My new piece at Ordinary Times is about the lessons we should learn from the failure of Sweden in privatizing their education system. There is just a bit:
The lesson I took from the Sweden’s privatization failure is its contrast with its neighbor Finland. Finland has long been celebrated for its successful schools, with countries around the world attempting to borrow what works from their system. The Finnish system is centralized yet community centered; only the best university students are recruited into the profession, and are paid well for their services. But more importantly, trust and autonomy is placed in the hands of each school’s administrators and educators. Outside corporate and political figures are not given reign to muck with the workings of the school as they see fit (Joanne Barkan has an excellent piece about how philanthropists in America, while celebrated, are doing harm to our schools). Their schools do not shift direction aimlessly as educational fads come or political figures look to make a point.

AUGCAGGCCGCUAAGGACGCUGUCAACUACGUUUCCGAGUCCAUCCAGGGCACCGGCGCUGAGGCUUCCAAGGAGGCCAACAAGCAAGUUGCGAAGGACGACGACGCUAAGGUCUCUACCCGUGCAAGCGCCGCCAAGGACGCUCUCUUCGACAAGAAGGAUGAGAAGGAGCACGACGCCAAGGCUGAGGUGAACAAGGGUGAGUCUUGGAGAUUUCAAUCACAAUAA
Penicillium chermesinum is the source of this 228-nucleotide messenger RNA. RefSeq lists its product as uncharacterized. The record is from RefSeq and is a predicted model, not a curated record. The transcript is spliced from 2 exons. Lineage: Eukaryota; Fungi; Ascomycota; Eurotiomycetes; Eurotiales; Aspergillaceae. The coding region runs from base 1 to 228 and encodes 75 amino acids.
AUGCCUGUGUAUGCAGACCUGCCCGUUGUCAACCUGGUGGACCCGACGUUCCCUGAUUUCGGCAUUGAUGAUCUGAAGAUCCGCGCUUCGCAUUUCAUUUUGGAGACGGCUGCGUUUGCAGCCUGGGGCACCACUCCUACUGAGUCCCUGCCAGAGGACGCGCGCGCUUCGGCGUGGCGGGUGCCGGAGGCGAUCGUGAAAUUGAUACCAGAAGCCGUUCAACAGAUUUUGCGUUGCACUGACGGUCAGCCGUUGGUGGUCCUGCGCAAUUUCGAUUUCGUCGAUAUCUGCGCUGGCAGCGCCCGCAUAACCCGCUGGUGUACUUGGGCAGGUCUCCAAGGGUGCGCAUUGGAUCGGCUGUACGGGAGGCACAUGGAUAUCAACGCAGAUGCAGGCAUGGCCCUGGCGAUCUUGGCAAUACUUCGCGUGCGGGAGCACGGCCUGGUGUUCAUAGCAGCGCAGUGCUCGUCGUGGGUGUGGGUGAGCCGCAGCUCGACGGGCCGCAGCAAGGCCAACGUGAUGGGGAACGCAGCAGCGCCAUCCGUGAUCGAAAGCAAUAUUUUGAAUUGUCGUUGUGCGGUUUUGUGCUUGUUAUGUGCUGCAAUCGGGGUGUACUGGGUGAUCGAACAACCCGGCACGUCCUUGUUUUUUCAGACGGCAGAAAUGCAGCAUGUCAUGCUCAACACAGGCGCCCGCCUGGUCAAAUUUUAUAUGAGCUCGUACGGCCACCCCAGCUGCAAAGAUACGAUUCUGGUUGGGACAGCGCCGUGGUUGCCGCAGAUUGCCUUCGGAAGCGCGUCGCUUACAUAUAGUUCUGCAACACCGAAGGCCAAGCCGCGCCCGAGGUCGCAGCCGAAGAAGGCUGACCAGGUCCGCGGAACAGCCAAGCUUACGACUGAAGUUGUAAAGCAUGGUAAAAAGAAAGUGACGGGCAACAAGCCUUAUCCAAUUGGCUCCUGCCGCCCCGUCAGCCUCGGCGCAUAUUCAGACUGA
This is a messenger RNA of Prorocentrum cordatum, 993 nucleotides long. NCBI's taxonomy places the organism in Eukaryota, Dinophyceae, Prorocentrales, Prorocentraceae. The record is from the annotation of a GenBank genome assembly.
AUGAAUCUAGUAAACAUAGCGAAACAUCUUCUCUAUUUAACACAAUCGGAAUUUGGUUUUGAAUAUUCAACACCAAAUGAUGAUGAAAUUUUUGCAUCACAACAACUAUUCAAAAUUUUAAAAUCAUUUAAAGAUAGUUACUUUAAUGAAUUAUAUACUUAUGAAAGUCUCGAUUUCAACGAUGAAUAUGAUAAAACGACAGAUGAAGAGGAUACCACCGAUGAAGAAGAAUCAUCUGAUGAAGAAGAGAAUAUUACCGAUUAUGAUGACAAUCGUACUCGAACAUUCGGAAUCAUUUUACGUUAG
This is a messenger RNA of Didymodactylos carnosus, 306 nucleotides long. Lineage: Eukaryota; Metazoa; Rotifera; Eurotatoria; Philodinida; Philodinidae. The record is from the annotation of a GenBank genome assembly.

Good national school systems serve a purpose that exceeds efficiency concerns. They help unite a people and a nation around a community framework, both implicitly and explicitly. While distinct, the Korean and Finnish education systems demonstrate a united vision for a society that the individuated corporate schools attempted in Sweden cannot achieve.
Read it all here.
(Image: Nikolaos Gyzis, “To krifó scholió”, Oil painting, 1885/86.)